A DAMARA people's non-profit organisation which protects and preserves Namibian diverse sub clans, says a donkey abattoir in Namibia has no chance of succeeding or being effective.
The Donkib (||îb) Ge Cultural Group has been conducting research on the traditional and medicinal values of the animals.
The calls to halt the abattoir plans come after the Outjo municipality advertised their intention to provide land for such a venture and called for objections to be submitted by 3 March, while Okahandja mayor Johannes 'Congo' Hindjou also welcomed the proposal for the establishment of a donkey abattoir at that town.
Ever-Lasting Iron Sheet Investment, owned by Chinese businesswoman Stina Wu, had proposed the abattoir at Okahandja, while Fu Hai Trading Enterprise CC has acquired land at Outjo, where it plans to open a donkey abattoir.
Abner Xoagub of Donkib (||îb) Ge Cultural Group, said Namibia's donkey population is estimated to be around 200 000, but a formal count still needs to be done.
He said the fact that "we do not have any legal framework protecting or facilitating the registration and protection of donkeys in Namibia, is risky, and will have the opposite of the desired effect for the agricultural sector to allow an abattoir or the mass harvesting of donkeys in Namibia".
Their research and oral history collections show that donkeys play a vital role in the lives of poor and rural farmers, Xoagub stated.
These animals are the only means of transport - taking children to schools, collecting water, working the land and transporting families to towns. Without donkeys, the communities will be dormant and poor.
"The Damaras and Tswanas eat donkey meat as a delicacy in average quantities, which does not in any way threaten the donkey population. We, however, observed how other countries have decimated their donkeys, which resulted in the further impoverishment of the already poor", he stressed.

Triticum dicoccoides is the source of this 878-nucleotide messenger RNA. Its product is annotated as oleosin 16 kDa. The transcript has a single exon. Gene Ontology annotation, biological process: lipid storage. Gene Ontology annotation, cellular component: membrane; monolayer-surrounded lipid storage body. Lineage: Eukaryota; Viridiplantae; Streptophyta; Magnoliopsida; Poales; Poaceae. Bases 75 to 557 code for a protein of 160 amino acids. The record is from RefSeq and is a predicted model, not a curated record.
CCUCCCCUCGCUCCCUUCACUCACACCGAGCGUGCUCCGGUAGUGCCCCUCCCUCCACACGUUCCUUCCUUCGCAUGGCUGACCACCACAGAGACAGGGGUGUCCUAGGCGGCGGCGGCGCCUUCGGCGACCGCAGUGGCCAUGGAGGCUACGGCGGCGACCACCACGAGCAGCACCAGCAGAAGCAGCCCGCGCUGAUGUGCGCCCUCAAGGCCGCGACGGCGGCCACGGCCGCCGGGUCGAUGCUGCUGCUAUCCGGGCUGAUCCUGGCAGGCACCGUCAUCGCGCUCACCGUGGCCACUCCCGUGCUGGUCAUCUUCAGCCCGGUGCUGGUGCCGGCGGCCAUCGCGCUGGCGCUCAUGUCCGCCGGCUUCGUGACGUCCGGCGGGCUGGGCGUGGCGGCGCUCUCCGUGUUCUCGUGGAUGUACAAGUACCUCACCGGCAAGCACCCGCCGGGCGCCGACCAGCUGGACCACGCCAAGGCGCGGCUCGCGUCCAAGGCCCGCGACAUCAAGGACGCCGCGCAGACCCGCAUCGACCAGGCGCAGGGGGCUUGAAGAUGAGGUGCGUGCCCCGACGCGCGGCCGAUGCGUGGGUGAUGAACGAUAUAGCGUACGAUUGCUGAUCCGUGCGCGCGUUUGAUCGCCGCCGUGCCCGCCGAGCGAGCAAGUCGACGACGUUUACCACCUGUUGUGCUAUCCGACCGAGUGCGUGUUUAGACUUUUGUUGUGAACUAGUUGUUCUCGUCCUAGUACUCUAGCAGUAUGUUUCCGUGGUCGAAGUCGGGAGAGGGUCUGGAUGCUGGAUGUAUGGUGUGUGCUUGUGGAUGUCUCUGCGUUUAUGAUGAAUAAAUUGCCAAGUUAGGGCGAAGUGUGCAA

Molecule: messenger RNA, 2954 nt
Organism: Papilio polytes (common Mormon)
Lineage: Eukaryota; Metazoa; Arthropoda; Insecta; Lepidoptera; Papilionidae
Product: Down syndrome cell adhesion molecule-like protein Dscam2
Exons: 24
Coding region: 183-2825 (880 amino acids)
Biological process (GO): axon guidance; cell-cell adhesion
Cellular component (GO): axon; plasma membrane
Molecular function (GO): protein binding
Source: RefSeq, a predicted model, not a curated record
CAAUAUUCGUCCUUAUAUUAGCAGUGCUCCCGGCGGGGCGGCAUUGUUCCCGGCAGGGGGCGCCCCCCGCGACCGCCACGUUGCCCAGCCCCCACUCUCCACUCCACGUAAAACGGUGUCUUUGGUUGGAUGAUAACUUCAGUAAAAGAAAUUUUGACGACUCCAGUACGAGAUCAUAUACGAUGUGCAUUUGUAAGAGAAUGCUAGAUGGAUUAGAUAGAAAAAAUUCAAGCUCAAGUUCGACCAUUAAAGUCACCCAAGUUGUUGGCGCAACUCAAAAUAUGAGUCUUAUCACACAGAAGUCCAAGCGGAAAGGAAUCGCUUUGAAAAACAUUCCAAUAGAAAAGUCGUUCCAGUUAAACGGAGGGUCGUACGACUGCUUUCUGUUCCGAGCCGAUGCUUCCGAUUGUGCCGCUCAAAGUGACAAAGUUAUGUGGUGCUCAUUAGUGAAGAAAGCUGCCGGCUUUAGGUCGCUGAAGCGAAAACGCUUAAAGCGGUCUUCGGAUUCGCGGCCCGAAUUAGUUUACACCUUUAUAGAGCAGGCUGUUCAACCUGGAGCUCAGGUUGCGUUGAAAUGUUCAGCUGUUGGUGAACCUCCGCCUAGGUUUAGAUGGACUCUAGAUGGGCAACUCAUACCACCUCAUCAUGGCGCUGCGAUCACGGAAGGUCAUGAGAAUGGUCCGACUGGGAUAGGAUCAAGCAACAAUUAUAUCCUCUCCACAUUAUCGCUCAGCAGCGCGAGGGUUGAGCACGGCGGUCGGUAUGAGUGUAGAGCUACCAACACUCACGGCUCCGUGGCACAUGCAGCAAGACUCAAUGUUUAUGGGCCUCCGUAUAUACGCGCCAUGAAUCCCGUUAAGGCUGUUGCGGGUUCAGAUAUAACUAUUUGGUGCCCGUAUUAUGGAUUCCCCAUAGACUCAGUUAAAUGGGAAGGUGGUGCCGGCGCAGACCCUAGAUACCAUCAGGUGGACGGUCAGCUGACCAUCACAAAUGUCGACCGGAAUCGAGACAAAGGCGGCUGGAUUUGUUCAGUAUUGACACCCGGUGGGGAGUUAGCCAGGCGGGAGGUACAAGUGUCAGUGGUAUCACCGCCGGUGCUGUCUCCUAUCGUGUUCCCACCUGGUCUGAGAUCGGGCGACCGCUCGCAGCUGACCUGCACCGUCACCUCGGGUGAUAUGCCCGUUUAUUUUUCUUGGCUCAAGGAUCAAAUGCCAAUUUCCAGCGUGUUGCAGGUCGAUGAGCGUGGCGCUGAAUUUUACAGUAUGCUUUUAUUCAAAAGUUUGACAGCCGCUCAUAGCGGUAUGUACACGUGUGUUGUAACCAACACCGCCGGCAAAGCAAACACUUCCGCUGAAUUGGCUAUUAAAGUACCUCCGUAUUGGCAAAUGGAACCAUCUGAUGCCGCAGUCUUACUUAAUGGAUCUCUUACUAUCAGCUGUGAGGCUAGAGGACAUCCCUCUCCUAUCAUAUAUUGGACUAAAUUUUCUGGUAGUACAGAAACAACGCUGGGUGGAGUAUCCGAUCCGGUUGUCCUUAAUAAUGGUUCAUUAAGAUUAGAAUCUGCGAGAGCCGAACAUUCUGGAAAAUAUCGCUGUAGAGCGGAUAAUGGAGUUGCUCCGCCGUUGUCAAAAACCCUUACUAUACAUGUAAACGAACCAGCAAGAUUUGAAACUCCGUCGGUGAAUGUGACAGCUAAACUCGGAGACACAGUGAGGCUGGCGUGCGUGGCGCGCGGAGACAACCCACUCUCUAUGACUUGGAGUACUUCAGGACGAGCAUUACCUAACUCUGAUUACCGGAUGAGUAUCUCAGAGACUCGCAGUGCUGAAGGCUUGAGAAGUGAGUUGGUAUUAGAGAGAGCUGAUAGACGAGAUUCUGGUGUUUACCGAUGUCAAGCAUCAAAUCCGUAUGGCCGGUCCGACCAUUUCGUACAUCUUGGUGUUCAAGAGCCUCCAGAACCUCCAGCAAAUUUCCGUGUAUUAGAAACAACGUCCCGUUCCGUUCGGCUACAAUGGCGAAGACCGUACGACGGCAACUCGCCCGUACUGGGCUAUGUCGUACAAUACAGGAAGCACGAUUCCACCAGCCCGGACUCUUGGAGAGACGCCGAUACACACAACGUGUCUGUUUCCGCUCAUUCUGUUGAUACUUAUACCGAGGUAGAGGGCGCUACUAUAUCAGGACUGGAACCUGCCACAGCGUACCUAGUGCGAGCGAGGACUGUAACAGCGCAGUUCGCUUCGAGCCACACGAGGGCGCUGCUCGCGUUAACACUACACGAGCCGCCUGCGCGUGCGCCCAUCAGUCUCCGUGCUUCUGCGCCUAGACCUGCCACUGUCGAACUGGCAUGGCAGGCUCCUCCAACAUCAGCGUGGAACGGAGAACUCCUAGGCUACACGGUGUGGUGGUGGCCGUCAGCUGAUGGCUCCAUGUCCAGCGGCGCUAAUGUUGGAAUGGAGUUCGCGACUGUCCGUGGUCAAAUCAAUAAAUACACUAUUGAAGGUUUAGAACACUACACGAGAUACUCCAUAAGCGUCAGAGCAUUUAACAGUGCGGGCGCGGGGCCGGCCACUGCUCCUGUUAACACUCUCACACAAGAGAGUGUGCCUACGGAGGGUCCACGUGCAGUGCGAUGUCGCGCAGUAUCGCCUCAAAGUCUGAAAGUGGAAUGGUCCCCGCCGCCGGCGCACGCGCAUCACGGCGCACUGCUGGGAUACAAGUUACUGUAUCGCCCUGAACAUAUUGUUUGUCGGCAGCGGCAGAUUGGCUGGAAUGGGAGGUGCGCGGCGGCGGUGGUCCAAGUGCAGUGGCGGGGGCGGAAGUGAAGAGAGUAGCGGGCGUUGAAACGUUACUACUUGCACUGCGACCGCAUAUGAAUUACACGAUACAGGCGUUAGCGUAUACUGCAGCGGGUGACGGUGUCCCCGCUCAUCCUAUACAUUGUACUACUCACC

In addition, Xoagub is appealing to the Namibian government and all stakeholders to halt the planned abattoirs and any plans to export donkey products until proper research has been conducted and legal instruments as well as control measures put in place before embarking on the proposed abattoirs.
A recent report by the donkey sanctuary, an organisation dedicated to transform the quality of life for donkeys, said animal welfare organisations in South Africa are regularly receiving reports of donkeys slaughtered in rural areas for their skins.
The national council of the Society for the Prevention of Cruelty to Animals states that "donkeys are being rounded up/stolen, then transported and brutally slaughtered for their skins."
Recent investigations into appalling welfare conditions for donkeys both awaiting transportation and being transported to slaughter for the Chinese skin market have led to the successful prosecution of individuals relating to violations of the animal protection act.
A recent case focused on 70 sick, emaciated animals left to starve in Bloemfontein, where the owner stated that "he was only interested in the skins to export to China".